RDBook: Evangelical Christianity and Democracy in Africa

Terence O. Ranger, ed. Evangelical Christianity and Democracy in Africa (Oxford University Press, 2008).

What happens when a revivalist religion based on scriptural orthodoxy participates in the volatile politics of the Third World?

This is the question posed by a four-volume series, Evangelical Christianity and Democracy in the Global South, now being published by Oxford. For this huge research project, a team of scholars chose seventeen countries where evangelicals have appeared to make some impact on democratization: Brazil, Mexico, Guatemala, Nicaragua, Chile, and Peru in Latin America; Nigeria, Kenya, Zambia, Zimbabwe, Mozambique, and South Africa in Africa; and, China, India, Indonesia, South Korea, and the Philippines in Asia. Each study in the project addresses the extent to which evangelicalism, a religious movement based on biblical orthodoxy, has helped or hindered the inauguration and consolidation of the democratic movement in the global South.

This newest volume, on Africa, is edited by Oxford emeritus Terence O. Ranger, and it complements the great work being done by such eminent religion scholars as Paul Gifford (author of African Christianity: Its Public Role, among other books on the subject, and who contributes a response to this volume) and Philip Jenkins (The New Faces of Christianity: Believing the Bible in the Global South). For this complex task, Ranger helped in choosing an academically and religiously diverse group of Africa-based scholars to do the field work, most of it in Southern Africa, with Kenya and Nigeria representing the East and the West respectively. While one may squabble about some of the choices—why for instance, Ghana was not chosen to bring more representation to West Africa—no one volume can do everything. This book is a product of a collaborative effort among the authors, Anglican scholar Cyril Imo writing on Northern Nigeria, church historian John Karanja on Kenya, theologian Anthony Balcomb on South Africa, religion scholar Isabel Phiri on Zambia, theologian Isabel Mukonyora on Zimbabwe, and sociologist Teresa Cruz e Silva on Mozambique.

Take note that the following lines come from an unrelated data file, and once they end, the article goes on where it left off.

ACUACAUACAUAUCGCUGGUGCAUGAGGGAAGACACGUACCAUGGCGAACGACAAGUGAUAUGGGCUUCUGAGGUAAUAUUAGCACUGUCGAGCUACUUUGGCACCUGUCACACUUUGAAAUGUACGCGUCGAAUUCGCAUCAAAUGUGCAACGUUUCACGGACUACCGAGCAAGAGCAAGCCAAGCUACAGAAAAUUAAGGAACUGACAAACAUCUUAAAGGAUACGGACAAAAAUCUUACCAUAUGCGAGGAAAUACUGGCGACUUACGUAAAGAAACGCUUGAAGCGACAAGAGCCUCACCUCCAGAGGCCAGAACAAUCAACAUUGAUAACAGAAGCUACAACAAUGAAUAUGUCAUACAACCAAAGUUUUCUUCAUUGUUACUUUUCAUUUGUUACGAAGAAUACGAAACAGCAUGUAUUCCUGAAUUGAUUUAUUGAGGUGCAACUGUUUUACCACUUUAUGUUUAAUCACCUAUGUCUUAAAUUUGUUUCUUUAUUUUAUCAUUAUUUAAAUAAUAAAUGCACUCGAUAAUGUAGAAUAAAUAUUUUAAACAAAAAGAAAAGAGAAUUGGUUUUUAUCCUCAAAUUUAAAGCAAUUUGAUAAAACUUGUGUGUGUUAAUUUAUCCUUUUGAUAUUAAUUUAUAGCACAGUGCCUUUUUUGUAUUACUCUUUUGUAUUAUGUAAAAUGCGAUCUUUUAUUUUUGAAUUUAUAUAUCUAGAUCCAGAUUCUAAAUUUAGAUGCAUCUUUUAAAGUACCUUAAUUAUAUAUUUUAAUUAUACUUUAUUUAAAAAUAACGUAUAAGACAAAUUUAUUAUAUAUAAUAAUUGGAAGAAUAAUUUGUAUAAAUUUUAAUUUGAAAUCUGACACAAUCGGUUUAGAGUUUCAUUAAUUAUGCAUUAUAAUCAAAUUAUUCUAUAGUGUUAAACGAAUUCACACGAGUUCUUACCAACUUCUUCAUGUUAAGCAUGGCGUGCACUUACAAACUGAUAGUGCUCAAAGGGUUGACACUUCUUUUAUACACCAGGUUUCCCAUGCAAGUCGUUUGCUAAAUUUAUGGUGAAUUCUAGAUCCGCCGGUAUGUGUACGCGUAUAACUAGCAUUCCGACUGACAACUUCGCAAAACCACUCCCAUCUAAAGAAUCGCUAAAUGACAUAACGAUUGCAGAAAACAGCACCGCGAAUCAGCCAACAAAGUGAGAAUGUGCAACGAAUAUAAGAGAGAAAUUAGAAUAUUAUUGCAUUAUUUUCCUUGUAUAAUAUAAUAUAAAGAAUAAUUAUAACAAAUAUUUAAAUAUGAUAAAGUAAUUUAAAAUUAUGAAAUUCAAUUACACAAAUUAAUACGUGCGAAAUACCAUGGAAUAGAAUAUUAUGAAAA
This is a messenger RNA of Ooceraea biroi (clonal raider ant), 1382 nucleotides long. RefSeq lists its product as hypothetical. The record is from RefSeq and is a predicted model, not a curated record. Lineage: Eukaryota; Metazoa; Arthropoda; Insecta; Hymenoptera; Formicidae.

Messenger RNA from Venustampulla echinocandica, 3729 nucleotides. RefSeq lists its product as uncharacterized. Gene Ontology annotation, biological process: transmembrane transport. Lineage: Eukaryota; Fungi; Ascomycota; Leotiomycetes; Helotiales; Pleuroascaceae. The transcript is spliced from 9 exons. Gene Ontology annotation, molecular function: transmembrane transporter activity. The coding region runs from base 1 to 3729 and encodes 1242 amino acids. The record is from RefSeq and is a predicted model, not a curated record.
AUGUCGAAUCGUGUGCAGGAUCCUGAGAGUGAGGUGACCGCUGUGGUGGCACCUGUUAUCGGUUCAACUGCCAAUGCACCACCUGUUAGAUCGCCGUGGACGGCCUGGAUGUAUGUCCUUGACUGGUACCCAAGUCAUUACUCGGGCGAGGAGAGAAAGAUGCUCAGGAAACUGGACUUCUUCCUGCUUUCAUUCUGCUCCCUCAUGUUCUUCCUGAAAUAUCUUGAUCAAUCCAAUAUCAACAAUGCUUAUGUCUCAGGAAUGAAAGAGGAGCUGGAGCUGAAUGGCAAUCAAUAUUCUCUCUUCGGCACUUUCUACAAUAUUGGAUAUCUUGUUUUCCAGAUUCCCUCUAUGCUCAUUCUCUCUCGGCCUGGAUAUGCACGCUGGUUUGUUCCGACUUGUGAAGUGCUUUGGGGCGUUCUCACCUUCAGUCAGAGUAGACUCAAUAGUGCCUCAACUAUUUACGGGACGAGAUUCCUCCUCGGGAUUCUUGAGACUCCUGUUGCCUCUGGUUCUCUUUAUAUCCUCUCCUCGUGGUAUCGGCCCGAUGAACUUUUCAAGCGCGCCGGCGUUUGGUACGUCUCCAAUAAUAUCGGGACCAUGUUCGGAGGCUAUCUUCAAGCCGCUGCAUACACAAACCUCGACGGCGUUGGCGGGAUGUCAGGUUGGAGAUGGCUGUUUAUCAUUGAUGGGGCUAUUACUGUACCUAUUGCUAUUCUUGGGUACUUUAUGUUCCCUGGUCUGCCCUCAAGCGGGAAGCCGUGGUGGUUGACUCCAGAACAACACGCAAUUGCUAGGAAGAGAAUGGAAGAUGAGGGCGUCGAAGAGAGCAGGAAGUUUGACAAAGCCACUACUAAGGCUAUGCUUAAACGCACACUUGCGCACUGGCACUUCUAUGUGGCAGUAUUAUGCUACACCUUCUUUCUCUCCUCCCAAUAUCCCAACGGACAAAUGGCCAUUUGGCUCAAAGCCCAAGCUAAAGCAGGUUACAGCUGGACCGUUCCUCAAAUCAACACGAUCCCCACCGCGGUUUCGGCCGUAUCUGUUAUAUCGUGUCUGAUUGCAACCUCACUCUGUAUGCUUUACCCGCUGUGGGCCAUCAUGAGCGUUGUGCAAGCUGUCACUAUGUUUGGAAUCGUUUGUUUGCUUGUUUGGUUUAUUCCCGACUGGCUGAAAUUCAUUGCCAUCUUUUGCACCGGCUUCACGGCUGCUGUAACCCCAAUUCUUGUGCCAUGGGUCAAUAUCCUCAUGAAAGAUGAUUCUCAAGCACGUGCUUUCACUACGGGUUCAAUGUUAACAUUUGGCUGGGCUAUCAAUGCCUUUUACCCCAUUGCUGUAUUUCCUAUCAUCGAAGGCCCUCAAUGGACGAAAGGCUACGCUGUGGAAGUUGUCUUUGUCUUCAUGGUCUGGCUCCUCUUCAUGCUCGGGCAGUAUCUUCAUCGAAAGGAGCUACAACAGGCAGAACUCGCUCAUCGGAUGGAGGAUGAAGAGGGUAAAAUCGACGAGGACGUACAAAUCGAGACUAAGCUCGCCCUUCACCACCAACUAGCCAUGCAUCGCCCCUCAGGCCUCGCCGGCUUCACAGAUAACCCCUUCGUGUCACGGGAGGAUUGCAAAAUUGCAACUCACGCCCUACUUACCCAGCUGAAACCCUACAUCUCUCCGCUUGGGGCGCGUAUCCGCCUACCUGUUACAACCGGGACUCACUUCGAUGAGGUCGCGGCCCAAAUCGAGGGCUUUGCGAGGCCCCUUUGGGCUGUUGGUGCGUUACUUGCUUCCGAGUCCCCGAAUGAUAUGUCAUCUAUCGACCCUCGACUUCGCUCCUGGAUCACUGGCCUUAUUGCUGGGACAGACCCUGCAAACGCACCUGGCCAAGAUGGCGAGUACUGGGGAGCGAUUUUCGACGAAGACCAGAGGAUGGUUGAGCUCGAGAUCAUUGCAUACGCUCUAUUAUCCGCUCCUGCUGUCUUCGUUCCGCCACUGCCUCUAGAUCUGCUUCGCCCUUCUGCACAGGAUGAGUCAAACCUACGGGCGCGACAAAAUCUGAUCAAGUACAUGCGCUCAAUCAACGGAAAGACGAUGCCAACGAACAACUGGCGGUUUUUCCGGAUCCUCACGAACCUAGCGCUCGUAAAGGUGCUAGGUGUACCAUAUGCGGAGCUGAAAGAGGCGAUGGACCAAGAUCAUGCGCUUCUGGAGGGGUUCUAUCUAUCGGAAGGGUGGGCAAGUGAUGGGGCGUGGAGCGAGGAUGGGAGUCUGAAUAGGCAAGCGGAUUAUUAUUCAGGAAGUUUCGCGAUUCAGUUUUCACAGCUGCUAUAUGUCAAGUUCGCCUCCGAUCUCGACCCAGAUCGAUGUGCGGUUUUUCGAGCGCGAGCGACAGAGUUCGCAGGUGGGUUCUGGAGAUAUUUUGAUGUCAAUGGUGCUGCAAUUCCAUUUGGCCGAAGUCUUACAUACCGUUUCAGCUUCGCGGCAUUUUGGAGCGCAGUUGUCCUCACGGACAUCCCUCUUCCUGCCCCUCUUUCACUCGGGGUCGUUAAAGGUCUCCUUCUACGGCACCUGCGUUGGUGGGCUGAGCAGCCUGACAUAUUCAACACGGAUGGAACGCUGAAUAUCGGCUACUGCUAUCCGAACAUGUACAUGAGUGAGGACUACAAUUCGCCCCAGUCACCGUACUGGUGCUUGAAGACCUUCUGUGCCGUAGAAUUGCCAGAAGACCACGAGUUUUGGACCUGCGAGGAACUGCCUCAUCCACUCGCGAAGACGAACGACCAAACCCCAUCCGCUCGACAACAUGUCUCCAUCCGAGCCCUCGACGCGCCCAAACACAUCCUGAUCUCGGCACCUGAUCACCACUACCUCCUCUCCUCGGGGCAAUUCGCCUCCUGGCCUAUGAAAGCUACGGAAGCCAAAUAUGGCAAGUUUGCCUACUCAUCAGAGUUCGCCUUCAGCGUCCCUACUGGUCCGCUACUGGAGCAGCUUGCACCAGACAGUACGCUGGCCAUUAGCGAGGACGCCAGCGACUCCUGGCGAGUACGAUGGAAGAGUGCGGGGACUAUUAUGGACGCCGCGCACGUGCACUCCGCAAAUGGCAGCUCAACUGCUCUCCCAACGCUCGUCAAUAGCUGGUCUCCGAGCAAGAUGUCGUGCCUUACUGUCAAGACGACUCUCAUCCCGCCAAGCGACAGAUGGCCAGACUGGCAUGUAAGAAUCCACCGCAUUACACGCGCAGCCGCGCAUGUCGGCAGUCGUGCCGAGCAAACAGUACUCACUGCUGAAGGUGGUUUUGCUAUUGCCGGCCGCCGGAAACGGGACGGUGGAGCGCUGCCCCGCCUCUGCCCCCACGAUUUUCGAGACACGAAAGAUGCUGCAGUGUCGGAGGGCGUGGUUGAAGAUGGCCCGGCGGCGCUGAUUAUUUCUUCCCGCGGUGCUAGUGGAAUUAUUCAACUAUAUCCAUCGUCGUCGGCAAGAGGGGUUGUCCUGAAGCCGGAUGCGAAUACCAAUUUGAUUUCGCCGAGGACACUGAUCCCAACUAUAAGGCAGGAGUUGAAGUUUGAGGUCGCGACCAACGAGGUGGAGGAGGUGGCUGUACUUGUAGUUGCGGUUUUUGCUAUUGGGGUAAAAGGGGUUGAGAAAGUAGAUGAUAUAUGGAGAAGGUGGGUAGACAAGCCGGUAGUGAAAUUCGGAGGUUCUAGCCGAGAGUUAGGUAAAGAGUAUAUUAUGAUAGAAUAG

The introductory chapter by Ranger is worth reading for its breadth and depth. It is important to keep in mind that the approach followed is historical, focusing on the last ten to twenty years; the chapters draw on open-ended interviews, participant observation, and some archival research.

The researchers wisely divided the history of democracy in Africa into three “revolutionary” phases: first, the anti-colonial revolution that led to independence but resulted into autocracy for most of Africa; next, the struggle against one-partyism and military rule in the late eighties and the nineties that resulted into political pluralism but still fell short of consolidating democracy (because the elected leaders were corrupted by power); and finally, the ongoing struggle against presidential third-termism (an attempt by some politicians to amend their countries’ constitutions to remove the two-term limit). (The aim of this struggle is to consolidate democratic culture and practice; this fight has scored partial victories in Zambia and Nigeria.)

For the reader with limited time, I recommend the chapters on Kenya and South Africa. They stand out as the best written, with a wonderful grasp of the complexity of the evangelical contribution (or lack thereof) to democracy. To these I would add Paul Gifford’s spot-on critique at the conclusion of this volume. His response masterfully articulates some of the questions that arose in my reading of the different chapters, particularly with regard to the definitions of evangelicalism and democracy in relation to Africa, and the material aspects of religion.